Did you get a new iPhone over the holidays, already have an iPhone or are considering getting one?  Whether you are a new or old Apple user, there is a great feature that could apply to you! Have you noticed the “emergency” button on the screen where you enter your 4 number passcode?  This is a cool feature, especially for those who have health problems, such as Type 1 diabetes.  In this area, you can enter your name, medical conditions, allergies, and an emergency contact information.

What does this mean to you?  If you are unconscious or having a medical emergency wherein you cannot communicate, your phone could literally save your life.

This feature is fairly easy to set up.  To set up your information, follow these easy steps:

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  • Step 1: Go to the “Health application” on your phone.

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  • Step 2: There should be a button on the bottom that says “Medical ID” and looks like a *. If you click on that logo, you come to a page where you can enter the information you wish to fill out.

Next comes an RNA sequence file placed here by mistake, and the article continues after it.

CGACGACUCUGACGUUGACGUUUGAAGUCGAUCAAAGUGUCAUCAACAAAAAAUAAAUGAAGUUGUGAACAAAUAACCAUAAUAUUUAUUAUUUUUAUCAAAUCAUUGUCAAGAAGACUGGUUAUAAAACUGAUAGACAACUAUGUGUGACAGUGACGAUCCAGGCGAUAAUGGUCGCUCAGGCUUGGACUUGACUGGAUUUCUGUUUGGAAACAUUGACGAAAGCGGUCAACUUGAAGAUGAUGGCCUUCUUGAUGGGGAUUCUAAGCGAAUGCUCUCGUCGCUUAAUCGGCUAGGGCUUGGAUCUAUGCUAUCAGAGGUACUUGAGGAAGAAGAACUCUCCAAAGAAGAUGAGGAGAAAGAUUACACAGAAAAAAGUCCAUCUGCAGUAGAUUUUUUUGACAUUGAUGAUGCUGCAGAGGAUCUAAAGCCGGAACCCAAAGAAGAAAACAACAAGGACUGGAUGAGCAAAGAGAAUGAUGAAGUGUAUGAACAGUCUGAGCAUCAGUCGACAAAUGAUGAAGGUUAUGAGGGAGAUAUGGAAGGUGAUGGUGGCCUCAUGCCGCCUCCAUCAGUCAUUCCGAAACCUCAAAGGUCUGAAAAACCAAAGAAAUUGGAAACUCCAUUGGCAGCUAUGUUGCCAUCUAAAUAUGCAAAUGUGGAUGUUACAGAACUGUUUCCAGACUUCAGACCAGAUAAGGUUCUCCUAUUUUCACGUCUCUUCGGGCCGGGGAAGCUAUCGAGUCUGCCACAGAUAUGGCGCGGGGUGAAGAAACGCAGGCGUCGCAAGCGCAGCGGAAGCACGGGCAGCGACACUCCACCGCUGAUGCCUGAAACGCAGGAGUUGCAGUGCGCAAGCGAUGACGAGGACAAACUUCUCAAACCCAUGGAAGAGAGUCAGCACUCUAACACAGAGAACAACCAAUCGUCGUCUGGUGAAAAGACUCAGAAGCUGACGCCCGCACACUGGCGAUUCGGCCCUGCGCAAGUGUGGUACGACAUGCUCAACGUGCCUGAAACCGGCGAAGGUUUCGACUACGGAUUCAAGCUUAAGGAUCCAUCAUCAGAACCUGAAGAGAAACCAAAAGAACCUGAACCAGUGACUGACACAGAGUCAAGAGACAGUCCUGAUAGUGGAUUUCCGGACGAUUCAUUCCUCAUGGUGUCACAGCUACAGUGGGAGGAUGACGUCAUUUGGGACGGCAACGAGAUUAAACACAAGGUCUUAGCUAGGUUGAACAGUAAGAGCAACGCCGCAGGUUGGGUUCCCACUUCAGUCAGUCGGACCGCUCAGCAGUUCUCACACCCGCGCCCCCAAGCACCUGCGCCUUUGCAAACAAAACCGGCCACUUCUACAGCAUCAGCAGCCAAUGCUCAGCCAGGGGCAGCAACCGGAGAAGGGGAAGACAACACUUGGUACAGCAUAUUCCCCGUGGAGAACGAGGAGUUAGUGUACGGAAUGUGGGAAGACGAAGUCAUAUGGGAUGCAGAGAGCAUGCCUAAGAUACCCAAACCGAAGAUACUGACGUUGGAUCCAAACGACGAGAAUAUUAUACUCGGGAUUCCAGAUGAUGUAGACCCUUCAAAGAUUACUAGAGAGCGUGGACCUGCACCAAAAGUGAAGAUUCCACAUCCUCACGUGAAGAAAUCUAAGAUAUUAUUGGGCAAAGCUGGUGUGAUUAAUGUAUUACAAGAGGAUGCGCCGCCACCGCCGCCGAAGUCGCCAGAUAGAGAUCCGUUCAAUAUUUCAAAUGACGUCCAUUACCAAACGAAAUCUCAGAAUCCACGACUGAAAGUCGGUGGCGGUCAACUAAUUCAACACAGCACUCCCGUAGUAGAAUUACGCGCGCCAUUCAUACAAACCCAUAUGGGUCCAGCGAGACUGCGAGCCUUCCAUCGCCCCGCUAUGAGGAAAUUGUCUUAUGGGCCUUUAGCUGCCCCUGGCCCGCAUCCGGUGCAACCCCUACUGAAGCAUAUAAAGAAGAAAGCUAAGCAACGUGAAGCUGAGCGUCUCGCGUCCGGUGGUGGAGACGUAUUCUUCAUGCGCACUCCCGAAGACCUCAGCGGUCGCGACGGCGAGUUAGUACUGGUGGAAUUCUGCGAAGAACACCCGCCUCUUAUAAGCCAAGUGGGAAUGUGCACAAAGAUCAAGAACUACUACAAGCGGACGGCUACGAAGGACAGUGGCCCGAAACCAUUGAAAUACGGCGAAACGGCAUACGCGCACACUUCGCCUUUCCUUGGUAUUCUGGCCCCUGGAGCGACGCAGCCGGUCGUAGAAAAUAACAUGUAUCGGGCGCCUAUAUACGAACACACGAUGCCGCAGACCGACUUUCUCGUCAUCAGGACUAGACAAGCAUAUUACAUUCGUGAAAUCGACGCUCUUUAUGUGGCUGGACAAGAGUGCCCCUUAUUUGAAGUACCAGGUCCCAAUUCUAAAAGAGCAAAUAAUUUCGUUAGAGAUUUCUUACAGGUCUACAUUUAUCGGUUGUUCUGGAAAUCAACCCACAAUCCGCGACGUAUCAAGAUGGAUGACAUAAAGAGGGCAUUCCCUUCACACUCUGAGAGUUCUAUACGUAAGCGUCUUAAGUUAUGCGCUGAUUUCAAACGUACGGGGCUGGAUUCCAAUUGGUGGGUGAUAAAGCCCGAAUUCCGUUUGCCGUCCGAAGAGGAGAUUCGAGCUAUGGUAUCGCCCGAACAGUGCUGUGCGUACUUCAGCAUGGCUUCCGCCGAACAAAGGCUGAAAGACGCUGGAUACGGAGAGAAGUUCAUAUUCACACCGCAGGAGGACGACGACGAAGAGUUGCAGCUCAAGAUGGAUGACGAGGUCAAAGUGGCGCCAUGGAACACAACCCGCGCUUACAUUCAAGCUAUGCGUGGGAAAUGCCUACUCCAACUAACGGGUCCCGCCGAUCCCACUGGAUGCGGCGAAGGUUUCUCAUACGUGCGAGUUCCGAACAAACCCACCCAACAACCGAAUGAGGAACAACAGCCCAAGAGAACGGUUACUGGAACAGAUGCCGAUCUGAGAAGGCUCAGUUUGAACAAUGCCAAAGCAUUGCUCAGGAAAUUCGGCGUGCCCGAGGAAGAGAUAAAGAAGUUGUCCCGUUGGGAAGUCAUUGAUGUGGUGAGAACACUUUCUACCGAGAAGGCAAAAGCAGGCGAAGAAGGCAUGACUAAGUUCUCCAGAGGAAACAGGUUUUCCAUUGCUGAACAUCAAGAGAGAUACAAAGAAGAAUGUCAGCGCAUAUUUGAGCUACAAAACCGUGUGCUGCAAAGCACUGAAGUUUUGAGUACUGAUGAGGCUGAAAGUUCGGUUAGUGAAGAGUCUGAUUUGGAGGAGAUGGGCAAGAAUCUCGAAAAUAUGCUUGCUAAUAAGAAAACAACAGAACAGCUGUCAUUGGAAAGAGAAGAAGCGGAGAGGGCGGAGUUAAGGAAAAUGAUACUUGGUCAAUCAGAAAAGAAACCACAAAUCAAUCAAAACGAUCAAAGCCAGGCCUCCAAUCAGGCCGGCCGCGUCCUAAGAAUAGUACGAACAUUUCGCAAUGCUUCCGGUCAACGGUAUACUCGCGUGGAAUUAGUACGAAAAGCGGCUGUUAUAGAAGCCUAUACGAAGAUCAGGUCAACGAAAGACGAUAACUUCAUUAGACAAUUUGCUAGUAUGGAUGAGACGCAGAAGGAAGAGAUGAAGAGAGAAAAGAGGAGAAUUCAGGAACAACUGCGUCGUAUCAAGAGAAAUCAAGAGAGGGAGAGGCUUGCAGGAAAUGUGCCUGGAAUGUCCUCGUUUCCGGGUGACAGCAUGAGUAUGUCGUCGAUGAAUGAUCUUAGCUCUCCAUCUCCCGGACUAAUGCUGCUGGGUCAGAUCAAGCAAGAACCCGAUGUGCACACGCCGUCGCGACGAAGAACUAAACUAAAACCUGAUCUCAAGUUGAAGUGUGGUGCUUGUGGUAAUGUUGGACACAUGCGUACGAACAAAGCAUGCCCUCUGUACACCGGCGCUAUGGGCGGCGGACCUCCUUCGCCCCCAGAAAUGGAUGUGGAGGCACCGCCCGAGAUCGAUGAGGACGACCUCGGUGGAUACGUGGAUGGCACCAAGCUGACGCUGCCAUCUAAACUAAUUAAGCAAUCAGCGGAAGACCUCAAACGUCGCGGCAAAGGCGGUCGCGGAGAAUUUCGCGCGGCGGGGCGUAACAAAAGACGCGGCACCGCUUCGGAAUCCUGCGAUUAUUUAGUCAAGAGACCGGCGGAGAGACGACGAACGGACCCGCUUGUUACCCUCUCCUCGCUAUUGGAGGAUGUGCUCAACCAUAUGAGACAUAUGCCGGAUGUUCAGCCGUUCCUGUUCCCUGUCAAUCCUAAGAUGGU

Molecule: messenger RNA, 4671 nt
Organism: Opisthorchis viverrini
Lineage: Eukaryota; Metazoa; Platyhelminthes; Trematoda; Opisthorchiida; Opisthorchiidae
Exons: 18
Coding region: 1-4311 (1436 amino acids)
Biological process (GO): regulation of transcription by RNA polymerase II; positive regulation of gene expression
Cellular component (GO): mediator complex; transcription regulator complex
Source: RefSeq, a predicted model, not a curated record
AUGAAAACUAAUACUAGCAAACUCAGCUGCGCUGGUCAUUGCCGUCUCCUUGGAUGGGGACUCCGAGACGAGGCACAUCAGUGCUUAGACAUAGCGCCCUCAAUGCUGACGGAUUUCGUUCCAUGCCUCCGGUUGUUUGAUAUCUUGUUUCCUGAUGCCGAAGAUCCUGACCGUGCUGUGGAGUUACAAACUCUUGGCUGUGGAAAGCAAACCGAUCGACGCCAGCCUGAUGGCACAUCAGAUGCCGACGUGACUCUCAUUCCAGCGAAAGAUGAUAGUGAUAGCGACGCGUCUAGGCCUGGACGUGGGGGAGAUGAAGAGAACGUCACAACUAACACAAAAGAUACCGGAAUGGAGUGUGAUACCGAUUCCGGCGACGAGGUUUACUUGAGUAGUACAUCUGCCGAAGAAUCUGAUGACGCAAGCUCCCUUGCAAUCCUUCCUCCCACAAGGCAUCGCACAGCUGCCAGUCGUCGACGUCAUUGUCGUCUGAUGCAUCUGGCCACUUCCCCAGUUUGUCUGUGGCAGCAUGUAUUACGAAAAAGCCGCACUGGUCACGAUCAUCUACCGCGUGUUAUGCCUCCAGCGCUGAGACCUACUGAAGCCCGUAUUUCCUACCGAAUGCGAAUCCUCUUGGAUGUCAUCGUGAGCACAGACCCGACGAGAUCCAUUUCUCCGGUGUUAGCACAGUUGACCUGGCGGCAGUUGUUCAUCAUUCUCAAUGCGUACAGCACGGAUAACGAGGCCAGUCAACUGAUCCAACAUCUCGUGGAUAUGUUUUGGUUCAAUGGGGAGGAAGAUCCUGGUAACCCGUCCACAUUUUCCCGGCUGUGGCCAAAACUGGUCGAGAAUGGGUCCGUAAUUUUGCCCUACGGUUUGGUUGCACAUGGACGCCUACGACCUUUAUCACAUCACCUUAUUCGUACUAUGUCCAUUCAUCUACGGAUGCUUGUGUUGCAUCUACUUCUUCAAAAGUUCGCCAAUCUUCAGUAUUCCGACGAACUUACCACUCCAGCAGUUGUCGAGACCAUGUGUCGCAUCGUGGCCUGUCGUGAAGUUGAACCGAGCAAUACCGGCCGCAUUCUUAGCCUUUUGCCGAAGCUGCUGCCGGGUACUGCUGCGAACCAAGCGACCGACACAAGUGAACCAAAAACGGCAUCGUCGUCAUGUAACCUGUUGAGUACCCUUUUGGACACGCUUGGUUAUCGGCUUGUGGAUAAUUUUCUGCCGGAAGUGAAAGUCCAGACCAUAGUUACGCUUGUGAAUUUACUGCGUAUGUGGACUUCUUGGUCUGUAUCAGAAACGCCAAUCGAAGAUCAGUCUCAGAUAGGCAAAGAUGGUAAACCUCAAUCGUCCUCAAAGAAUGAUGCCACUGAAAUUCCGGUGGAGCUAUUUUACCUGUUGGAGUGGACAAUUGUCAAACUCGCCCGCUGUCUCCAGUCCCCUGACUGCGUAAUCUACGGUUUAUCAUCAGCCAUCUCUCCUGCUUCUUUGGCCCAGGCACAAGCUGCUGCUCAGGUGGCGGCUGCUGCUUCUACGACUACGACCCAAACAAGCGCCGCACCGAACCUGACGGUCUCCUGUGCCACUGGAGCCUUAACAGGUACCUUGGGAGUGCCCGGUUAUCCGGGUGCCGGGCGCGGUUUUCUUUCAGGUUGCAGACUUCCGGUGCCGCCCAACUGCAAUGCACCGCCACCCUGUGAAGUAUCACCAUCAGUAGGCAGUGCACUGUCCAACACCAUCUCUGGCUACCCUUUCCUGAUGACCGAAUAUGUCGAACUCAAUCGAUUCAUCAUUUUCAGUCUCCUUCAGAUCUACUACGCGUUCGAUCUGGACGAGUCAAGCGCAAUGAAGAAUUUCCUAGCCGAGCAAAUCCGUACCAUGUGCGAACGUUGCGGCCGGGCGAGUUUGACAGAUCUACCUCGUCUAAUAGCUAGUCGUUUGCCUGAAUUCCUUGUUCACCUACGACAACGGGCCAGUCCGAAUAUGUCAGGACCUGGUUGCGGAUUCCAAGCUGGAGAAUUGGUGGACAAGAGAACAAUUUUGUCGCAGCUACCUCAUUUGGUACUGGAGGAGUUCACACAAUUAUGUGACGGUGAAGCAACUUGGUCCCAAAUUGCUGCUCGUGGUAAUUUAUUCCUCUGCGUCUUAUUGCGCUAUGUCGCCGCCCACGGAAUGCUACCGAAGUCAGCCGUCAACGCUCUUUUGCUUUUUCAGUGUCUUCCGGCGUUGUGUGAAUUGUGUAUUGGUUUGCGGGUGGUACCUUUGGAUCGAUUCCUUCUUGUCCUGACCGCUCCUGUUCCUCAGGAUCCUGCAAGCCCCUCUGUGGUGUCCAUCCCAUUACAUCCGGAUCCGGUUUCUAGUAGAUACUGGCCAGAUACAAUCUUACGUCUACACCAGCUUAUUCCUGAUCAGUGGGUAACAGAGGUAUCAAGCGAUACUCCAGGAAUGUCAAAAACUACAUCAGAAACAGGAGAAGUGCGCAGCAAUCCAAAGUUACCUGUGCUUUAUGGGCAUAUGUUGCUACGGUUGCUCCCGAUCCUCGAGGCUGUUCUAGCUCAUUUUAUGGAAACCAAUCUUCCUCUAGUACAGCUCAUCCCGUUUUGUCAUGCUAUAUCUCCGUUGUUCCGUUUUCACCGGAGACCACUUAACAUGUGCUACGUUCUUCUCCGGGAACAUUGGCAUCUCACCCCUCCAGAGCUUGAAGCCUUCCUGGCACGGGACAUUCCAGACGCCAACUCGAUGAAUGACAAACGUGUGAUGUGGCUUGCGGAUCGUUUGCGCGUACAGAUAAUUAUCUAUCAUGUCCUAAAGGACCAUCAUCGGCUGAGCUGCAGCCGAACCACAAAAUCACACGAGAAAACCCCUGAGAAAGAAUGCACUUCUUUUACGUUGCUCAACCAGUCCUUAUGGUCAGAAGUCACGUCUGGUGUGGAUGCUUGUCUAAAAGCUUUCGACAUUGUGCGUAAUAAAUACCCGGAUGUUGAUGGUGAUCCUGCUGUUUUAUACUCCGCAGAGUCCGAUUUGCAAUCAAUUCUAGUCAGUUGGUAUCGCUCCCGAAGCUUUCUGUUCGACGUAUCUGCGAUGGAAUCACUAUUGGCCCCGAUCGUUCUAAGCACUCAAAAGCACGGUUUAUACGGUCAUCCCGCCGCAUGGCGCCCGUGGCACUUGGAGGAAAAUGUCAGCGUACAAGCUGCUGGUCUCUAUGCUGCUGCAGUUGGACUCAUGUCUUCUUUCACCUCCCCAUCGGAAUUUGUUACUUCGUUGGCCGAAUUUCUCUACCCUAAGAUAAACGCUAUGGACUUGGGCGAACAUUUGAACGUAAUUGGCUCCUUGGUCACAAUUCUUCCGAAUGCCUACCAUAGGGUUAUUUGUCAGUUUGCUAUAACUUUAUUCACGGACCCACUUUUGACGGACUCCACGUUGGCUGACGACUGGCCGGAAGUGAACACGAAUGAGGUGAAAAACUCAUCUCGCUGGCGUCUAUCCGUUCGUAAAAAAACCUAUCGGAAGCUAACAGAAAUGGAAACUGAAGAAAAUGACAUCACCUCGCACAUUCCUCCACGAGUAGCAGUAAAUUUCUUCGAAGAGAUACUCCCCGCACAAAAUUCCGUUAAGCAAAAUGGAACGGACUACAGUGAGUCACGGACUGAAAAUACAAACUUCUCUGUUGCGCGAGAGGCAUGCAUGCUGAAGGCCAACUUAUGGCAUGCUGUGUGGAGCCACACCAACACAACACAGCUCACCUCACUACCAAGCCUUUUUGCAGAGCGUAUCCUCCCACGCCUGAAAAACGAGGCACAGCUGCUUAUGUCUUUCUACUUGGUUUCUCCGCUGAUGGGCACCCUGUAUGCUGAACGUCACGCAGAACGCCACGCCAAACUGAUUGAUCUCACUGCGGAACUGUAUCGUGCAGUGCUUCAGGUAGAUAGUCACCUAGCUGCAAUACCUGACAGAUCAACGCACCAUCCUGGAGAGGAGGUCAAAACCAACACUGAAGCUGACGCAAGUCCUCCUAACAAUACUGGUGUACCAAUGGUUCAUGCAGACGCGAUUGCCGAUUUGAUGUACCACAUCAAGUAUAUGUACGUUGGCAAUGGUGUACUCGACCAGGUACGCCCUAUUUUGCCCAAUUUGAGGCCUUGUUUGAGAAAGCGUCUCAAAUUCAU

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  • Step 3: Enter the information you want entered. Make sure the “Show When Locked” is selected!

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  • Step 4: Click “Done” when you are finished putting in your information.

Follow these easy steps to retrieve your “Medical ID” information:

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  • Step 1: Now, when you are on the locked screen, if you select “Emergency,” a logo on the bottom will appear that says “Medical ID” below the keypad.

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  • Step 2: If you click on “Medical ID,” the information you entered will be present on the screen.

In the past, people with medical conditions wore “medical alert” bracelets, which were institutional looking bracelets (sometimes made cuter with beads and other decor) or, more recently, they actually got medical alert tattoos (on one’s arm or wrist).  Are cell phones the future of medical identification?  Would you consider using this feature on an iPhone to allow people to have vital emergency information about you?

 

Photo Credit: Main Image by: Kimberly Hislop. All other photos by: Amanda Mezer

Got shots?

“I’m going to Disney World!”